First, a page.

Tag Archive for Utoya

Life begins again as Breivik goes down

Germany’s foreign minister lays a wreath at Oslo cathedral to remember the 77 people murdered by Anders Behring Breivik.

There is an expression in Norwegian that has always intrigued me.

It’s interjected into sentences, much the same way as Londoners use “innit” or Dubliners “you know what I mean.”

In Norwegian, it’s “ikke sant?”

Literally translated, it means “not true,” but Norwegians use it as a conversational question with the tone rising on the last syllable.

It’s a clever, almost passive-aggressive way of getting people to agree with you.

It is, it seems, a much more effective method of doing so than, say, terrorism.

It wasn’t needed yesterday though, as almost everyone was delighted that Anders Behring Breivik was found to be sane and criminally liable for the deaths of 77 innocent people – many of them children in the eyes of the law – and sentenced to 21 years in prison.

For the record, the chances of him ever coming out of prison are up there with Elvis returning to play 18 holes on the moon.

In their verdict, the five judges sentenced him to 21 years “preventative detention” and said that there was a very strong possibility that he would remain a threat to society even after his tariff is served; if he is, his detention can be extended for five years at a time.

He will never walk the streets of Oslo as a free man again.

The reaction on the streets was a mixture of fatigue and relief.

People are sick of being asked about him. Sick of hearing about him, and what he did. Sick of trying to work out what his actions say about Norway, and themselves.

But the relief now outweighs that. That Anders Behring Breivik wasn’t shot dead in the dirt of Utoya – like so many of his victims – is a good thing for the healing process in Norway.

If he had been, he would have been martyred for the cause of extreme nationalism, and we would never have understood what made him carry out such unspeakable acts.

But over the ten weeks of his trial we have come to understand him better – his callousness, his twisted logic, his hatred.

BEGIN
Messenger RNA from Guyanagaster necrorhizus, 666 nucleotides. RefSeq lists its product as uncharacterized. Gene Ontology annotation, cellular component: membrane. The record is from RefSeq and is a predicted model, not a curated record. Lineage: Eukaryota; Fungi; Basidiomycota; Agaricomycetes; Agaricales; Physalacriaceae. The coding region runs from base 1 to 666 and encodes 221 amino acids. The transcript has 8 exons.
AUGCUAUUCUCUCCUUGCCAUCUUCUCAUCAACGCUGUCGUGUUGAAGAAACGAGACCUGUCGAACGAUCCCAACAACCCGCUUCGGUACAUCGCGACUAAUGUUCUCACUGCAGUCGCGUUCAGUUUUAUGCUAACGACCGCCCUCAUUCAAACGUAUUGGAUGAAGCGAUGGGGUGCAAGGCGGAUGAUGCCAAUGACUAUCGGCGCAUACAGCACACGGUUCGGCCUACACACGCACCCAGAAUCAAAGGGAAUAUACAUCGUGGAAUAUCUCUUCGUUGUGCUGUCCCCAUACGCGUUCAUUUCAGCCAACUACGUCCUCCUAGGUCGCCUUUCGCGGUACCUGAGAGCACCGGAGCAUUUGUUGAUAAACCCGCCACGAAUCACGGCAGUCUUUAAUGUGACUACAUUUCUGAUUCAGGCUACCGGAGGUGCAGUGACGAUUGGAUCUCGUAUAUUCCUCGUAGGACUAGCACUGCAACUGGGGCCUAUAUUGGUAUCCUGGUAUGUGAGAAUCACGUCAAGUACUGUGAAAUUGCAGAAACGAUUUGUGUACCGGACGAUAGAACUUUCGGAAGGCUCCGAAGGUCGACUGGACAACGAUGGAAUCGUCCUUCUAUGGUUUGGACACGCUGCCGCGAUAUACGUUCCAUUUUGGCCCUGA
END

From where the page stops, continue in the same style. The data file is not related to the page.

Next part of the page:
We have seen a vanity in him that would make Narcissus blush. And we have seen a total lack of empathy with his victims.

At times we have seen behind the facade – the obsessive organising of ¬†paper and pens before he answered the judge’s question about whether or not he accepted the verdict, quickly followed by the flash of darkness as he attempted to apologise to fellow extreme nationalists for not killing even more innocent children.

Most of all, we saw the smile as the verdict was announced. Breivik welcomed the verdict with something between a grimace and a smirk.

In his own mind, he was victorious yesterday in Court 250 of Oslo’s Tinghus, but it was the people of Norway that won.

And over the next 21 years, Breivik will have plenty of time to reflect over why his actions haven’t launched the war on immigrants he so longed for, and why the people of the blood he was so intent of protecting have rejected him, and all he stands for.

Oslo is a small city, and in the early afternoon I left the courthouse are to walk to the cathedral.

I watched as the German foreign minister laid a wreath at the large red heart that stands in memories of those killed by the hateful, pudgy, vain Breivik.

He, like the rest of the civilised world, rejected Breivik.

And on the way back to the courthouse the ordinary people of Norway spoke of how they wanted to put this behind them and start rebuilding the safe, harmonious society that was blown away by Breivik’s bombs and bullets.

And that is something we can all support them in, ikke sant?

So Anders Behring Breivik is sane, according to Norwegian psychologists. Now we – and he – will get what we wanted.

A trial to determine his guilt for the bomb blast at government buildings and the massacre at Utoya.

Whatever happens there, Breivik will surely – hopefully – grow old under lock and key, either in a mental institution or in prison.

In allowing him to do so, rather than exact the kind of revenge that society sometimes feels entitled to, he will prove invaluable.

His would be no good to us at the end of a rope.

Instead, Breivik’s trial will drag his warped ideology out into the light and show it up for what it is.

The result will be that many of those who propagate the same hateful nonsense – the likes of the BNP and the Sweden Democrats – will be shown up for what they are.

Of all modern mass murderers, Breivik is perhaps the one we can learn most from.

Once the judgement falls and he is condemned to incarceration for a considerable period of time, we can go back to studying what made him carry out these appalling attacks. He has already told us much, and there is a lot more to learn.

He detailed his plans meticulously. His logic, his politics and his methods were recorded in minute detail.

In doing so, not only will they be used as evidence to stop him from ever committing such deeds again, they will hopefully ensure that we see the warning signs the next time someone starts down his path.

He will no doubt try – as he has already promised – to use his trial to ignite hatred and mistrust against muslims and foreigners. There is little evidence that he will succeed; in the months since his attacks, few voices have been raised in support.